Human Immunodeficiency Virus/AIDS

OpenStax Anatomy and Physiology

Although many viruses cause suppression of the immune system, only one wipes it out completely, and that is the previously mentioned HIV. It is worth discussing the biology of this virus, which can lead to the well-known AIDS, so that its full effects on the immune system can be understood. The virus is transmitted through semen, vaginal fluids, and blood, and can be caught by risky sexual behaviors and the sharing of needles by intravenous drug users. There are sometimes, but not always, flu-like symptoms in the first 1 to 2 weeks after infection. This is later followed by seroconversion. The anti-HIV antibodies formed during seroconversion are the basis for most initial HIV screening done in the United States. Because seroconversion takes different lengths of time in different individuals, multiple AIDS tests are given months apart to confirm or eliminate the possibility of infection.

After seroconversion, the amount of virus circulating in the blood drops and stays at a low level for several years. During this time, the levels of CD4+ cells, especially helper T cells, decline steadily, until at some point, the immune response is so weak that opportunistic disease and eventually death result. HIV uses CD4 as the receptor to get inside cells, but it also needs a co-receptor, such as CCR5 or CXCR4. These co-receptors, which usually bind to chemokines, present another target for anti-HIV drug development. Although other antigen-presenting cells are infected with HIV, given that CD4+ helper T cells play an important role in T cell immune responses and antibody responses, it should be no surprise that both types of immune responses are eventually seriously compromised.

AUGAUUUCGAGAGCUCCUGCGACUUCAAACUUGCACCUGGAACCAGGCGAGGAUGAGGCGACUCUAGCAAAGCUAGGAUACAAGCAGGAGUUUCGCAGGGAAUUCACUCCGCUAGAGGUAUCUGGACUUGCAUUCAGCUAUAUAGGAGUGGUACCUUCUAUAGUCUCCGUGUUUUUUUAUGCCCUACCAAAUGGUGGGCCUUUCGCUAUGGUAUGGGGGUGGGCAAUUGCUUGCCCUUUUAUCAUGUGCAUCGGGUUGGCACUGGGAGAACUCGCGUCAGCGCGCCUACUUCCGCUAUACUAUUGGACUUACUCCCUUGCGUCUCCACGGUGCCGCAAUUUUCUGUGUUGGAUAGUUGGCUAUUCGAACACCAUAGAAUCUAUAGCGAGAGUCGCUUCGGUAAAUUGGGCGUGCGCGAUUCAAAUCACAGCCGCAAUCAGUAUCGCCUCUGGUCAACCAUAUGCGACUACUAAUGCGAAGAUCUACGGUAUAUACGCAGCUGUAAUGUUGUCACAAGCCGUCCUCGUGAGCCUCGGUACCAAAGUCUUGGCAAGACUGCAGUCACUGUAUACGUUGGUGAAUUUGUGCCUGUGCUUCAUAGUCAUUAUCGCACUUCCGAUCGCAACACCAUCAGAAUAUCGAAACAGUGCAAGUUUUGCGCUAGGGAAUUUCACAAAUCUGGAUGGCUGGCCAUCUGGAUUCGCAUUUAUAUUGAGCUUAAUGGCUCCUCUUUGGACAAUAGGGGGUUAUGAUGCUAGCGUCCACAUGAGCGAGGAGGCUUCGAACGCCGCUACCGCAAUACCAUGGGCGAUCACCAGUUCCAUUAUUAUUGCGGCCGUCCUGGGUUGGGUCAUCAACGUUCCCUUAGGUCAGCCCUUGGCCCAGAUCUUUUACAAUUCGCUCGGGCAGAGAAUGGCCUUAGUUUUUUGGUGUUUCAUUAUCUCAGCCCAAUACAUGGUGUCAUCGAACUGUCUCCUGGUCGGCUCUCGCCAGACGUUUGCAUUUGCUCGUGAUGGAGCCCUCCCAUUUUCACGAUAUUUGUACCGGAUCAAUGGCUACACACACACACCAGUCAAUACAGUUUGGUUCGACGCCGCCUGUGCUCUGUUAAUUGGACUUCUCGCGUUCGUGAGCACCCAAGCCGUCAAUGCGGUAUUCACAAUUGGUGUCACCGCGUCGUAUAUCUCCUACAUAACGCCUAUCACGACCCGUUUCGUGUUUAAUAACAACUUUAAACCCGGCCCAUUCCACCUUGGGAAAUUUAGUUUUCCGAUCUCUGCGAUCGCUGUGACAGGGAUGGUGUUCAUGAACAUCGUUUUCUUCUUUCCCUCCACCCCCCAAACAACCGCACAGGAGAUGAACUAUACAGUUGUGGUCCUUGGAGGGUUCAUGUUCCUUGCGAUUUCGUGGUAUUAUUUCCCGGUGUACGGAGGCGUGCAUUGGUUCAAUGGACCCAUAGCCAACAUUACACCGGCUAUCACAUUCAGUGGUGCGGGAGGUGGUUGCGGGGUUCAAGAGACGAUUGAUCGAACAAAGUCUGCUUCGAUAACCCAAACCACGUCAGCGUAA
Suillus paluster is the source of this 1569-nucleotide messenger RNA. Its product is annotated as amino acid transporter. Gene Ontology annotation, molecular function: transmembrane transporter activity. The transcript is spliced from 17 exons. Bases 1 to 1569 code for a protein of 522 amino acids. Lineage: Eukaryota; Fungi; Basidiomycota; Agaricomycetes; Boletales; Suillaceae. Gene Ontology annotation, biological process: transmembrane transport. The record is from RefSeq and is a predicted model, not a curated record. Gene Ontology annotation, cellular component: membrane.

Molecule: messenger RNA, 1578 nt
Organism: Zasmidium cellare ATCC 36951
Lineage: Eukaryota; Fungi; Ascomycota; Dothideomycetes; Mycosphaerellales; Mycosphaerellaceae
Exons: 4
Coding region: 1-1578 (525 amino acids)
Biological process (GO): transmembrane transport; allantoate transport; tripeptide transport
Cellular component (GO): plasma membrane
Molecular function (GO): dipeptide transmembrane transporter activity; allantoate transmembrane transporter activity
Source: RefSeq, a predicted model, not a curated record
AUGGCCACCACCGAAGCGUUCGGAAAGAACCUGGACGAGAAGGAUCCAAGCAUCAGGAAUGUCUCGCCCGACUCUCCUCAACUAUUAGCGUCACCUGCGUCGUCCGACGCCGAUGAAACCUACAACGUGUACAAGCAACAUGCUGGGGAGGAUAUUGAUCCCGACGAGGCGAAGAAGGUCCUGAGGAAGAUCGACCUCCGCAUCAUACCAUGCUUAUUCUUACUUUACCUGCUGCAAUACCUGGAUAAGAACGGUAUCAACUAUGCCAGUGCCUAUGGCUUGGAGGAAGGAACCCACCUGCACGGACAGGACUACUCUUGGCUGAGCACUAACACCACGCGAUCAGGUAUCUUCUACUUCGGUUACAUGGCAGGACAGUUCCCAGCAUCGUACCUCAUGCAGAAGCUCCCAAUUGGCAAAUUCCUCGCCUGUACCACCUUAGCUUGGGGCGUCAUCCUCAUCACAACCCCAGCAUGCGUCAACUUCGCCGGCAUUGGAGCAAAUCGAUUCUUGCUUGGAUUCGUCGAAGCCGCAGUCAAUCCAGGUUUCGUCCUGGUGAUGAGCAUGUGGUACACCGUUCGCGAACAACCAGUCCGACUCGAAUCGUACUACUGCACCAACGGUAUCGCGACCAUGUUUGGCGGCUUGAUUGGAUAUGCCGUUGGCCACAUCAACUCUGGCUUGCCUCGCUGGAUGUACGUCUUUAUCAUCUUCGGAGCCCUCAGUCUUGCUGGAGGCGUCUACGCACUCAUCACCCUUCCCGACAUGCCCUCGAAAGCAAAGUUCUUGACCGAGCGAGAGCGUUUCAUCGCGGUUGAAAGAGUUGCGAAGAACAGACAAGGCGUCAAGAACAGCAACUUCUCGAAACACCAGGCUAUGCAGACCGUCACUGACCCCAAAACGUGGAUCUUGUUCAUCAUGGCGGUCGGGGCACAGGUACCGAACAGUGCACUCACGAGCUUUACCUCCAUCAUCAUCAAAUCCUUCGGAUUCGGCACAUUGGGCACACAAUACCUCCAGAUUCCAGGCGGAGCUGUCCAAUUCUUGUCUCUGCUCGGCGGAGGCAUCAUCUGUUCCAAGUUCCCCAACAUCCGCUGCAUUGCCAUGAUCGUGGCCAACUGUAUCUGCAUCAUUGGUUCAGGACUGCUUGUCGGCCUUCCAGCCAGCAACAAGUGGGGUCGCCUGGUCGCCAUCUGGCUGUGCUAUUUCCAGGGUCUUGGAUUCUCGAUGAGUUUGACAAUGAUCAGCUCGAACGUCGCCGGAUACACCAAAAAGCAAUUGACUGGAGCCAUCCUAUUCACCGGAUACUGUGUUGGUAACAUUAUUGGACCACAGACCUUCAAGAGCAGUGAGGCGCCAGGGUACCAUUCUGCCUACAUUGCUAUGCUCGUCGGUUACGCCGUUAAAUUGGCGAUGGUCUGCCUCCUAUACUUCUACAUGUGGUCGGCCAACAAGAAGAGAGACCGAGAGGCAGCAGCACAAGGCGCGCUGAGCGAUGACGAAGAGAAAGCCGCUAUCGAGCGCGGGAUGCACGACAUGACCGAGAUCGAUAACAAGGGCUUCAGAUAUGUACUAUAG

Treatment for the disease consists of drugs that target virally encoded proteins that are necessary for viral replication but are absent from normal human cells. By targeting the virus itself and sparing the cells, this approach has been successful in significantly prolonging the lives of HIV-positive individuals. On the other hand, an HIV vaccine has been 30 years in development and is still years away. Because the virus mutates rapidly to evade the immune system, scientists have been looking for parts of the virus that do not change and thus would be good targets for a vaccine candidate.


Betts, J. G., Young, K. A., Wise, J. A., Johnson, E., Poe, B., Kruse, D. H., … DeSaix, P. (n.d.). Anatomy and Physiology. Houston, Texas: OpenStax. Access for free at:


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